Therefore, there are about two chances in three that the value that would have been produced if all persons had been included in the survey would have fallen within the range 70,820 to 76,180, and about 19 chances in 20 that the value would have fallen within the range 68,140 to 78,860.


CALCULATING STANDARD ERRORS FOR PROPORTIONS AND PERCENTAGES

7 Proportions and percentages formed from the ratio of two estimates are also subject to sampling errors. The size of the error depends on the accuracy of both the numerator and the denominator. For proportions where the denominator is an estimate of the number of persons in a group and the numerator is the number of persons in a sub-group of the denominator group, the formula to approximate the RSE is given by:
Equation: RSE (x / y) = square root of [RSE (x)] squared - [RSE (y)] squared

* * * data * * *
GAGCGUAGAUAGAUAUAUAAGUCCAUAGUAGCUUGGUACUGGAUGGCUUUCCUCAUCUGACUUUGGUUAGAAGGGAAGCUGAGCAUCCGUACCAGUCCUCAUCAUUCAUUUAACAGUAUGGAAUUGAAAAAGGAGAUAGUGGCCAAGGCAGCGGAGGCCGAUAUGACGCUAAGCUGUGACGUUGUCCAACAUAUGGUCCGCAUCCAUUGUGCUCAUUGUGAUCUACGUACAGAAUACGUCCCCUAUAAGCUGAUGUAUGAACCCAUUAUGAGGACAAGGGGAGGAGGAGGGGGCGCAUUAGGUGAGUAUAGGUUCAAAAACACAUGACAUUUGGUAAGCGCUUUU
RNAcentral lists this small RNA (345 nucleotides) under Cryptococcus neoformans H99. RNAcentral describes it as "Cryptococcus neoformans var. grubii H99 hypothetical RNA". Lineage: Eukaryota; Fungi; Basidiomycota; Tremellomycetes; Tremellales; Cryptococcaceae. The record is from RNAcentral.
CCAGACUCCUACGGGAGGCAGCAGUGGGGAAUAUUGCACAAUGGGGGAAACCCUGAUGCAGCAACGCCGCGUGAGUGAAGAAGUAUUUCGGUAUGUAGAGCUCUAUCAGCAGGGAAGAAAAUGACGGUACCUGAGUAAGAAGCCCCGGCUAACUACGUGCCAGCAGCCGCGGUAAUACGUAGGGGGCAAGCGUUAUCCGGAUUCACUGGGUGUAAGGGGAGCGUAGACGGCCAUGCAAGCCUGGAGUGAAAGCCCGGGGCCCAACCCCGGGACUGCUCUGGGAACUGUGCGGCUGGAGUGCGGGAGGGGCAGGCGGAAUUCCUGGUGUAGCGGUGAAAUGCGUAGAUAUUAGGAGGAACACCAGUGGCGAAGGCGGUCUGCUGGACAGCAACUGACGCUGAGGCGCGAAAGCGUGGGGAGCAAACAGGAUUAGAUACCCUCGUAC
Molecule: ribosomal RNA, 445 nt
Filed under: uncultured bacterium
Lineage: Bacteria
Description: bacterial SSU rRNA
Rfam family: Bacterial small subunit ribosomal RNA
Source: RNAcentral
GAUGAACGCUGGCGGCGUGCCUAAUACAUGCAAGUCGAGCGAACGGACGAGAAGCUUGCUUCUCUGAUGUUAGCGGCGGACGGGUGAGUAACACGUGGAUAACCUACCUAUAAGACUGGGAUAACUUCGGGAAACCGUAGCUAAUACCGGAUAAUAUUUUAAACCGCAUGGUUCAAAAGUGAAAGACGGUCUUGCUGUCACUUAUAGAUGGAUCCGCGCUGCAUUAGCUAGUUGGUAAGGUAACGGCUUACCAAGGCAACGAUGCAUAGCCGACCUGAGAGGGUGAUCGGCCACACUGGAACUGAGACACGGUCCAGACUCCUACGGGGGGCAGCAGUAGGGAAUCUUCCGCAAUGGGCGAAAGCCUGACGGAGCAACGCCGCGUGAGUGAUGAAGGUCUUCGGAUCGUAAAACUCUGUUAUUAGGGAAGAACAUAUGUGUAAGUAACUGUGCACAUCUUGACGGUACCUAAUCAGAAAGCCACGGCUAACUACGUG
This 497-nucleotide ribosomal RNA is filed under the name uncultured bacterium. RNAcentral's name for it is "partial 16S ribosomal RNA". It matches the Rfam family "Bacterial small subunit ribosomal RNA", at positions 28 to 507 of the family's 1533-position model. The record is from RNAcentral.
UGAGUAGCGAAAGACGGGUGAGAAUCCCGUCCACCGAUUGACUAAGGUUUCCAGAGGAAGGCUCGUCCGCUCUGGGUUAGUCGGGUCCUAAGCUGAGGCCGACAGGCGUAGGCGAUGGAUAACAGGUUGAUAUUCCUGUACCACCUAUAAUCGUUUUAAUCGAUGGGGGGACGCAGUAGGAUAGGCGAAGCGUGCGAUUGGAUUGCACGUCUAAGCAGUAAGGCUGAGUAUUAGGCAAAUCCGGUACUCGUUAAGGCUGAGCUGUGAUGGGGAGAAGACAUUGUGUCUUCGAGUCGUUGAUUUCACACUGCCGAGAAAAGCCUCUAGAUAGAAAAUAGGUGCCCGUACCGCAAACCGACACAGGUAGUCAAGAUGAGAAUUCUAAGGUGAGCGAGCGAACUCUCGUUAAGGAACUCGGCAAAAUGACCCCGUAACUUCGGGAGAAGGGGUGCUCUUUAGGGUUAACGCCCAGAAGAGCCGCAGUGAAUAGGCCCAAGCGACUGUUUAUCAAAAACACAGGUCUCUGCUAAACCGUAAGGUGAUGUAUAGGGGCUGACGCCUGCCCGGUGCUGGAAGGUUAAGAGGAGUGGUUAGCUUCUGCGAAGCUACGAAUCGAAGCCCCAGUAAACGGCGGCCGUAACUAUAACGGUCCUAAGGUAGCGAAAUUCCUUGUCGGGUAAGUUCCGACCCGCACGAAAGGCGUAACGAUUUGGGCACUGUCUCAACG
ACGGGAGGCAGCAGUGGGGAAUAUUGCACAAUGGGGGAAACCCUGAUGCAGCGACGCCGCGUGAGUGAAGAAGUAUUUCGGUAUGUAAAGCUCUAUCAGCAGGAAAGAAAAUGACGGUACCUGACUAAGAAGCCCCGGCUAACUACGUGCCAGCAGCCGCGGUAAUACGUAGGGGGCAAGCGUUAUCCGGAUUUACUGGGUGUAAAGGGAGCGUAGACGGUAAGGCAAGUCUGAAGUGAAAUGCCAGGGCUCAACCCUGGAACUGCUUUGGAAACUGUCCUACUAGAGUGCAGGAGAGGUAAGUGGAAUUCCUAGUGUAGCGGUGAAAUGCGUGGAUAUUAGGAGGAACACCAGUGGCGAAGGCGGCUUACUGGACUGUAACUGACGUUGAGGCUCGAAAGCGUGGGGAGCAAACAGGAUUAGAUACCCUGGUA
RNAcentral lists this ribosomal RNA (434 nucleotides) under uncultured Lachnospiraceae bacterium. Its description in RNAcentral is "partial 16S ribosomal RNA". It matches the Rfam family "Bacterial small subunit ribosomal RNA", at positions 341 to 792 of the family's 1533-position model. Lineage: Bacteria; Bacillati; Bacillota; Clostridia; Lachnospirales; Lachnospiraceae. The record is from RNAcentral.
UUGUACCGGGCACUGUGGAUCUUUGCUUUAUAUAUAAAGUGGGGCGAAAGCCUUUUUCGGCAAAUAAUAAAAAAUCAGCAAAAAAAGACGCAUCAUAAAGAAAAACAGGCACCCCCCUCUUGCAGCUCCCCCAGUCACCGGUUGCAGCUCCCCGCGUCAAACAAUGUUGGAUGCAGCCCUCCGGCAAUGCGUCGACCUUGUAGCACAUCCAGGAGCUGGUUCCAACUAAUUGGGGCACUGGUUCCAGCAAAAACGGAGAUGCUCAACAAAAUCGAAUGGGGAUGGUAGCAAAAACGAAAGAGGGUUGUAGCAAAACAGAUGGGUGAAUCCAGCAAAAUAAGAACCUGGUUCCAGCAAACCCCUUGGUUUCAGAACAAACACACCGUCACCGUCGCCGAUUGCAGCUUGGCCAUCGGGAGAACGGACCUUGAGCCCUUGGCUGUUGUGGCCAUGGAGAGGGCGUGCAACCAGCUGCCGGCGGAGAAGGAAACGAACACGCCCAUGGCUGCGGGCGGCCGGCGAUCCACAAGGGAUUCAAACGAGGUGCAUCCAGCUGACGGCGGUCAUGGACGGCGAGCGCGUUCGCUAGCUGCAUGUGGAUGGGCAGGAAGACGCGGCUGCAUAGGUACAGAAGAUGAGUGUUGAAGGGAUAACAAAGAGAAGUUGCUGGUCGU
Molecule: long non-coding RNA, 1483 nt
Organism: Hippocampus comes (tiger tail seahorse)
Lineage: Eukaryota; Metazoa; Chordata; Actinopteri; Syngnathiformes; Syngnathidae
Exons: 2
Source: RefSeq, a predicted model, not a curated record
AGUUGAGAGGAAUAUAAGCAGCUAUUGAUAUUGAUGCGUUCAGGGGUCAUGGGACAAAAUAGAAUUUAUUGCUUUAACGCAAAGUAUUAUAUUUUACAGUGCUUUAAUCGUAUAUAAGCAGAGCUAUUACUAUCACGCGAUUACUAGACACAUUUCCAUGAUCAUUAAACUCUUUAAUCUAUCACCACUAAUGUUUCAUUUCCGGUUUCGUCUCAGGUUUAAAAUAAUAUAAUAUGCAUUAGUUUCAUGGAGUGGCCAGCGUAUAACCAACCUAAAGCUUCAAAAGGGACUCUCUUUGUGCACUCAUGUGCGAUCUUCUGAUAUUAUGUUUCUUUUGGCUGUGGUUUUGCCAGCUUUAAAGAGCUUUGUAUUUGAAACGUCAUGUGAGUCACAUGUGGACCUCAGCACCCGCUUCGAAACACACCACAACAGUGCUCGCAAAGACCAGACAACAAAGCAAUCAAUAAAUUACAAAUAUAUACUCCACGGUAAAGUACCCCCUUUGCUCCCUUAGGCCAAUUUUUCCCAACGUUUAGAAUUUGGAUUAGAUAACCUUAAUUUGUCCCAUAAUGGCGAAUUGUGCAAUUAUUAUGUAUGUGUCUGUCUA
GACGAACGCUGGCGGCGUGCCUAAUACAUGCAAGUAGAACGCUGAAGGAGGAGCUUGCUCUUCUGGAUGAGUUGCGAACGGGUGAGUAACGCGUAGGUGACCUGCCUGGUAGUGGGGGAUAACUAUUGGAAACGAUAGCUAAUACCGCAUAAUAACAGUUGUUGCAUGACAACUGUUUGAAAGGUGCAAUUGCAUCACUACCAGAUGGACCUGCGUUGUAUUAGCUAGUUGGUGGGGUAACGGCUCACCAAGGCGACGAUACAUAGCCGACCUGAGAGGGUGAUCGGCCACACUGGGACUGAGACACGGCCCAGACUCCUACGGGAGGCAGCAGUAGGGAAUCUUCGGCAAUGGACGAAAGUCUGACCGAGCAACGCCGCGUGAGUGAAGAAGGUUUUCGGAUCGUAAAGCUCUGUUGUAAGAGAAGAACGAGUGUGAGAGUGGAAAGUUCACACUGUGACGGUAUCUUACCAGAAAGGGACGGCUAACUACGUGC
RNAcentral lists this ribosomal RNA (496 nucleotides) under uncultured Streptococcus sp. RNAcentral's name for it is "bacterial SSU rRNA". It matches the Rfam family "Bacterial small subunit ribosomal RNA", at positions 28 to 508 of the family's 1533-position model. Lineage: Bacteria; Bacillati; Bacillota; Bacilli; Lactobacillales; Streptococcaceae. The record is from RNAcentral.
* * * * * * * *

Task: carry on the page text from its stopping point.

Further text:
8 Consider the example given above of the number of persons who held a non-school qualification. Of these, 59.1% (or approximately 43,400) identified with a clan, tribal or language group (table 7). As already noted, the SE of 73,500 is approximately 2,680, which equates to an RSE of 3.6%. The SE and RSE of 43,400 are approximately 2,210 and 5.1% respectively. Applying the formula above, the estimate of 59.1% will have an RSE of:
RSE = [RSE(43,400)]2 - [RSE(73,500)]2
= SQRT([5.1]2 - [3.7]2)
= 3.5%

9 This gives a SE for the proportion (59.1%) of approximately 2.1 percentage points (0.035 x 59.1). Therefore, if all persons had been included in the survey, there are two chances in three that the proportion that would have been obtained is between 57.0% and 61.2% and about 19 chances in 20 that the proportion is within the range 54.9% to 63.3%.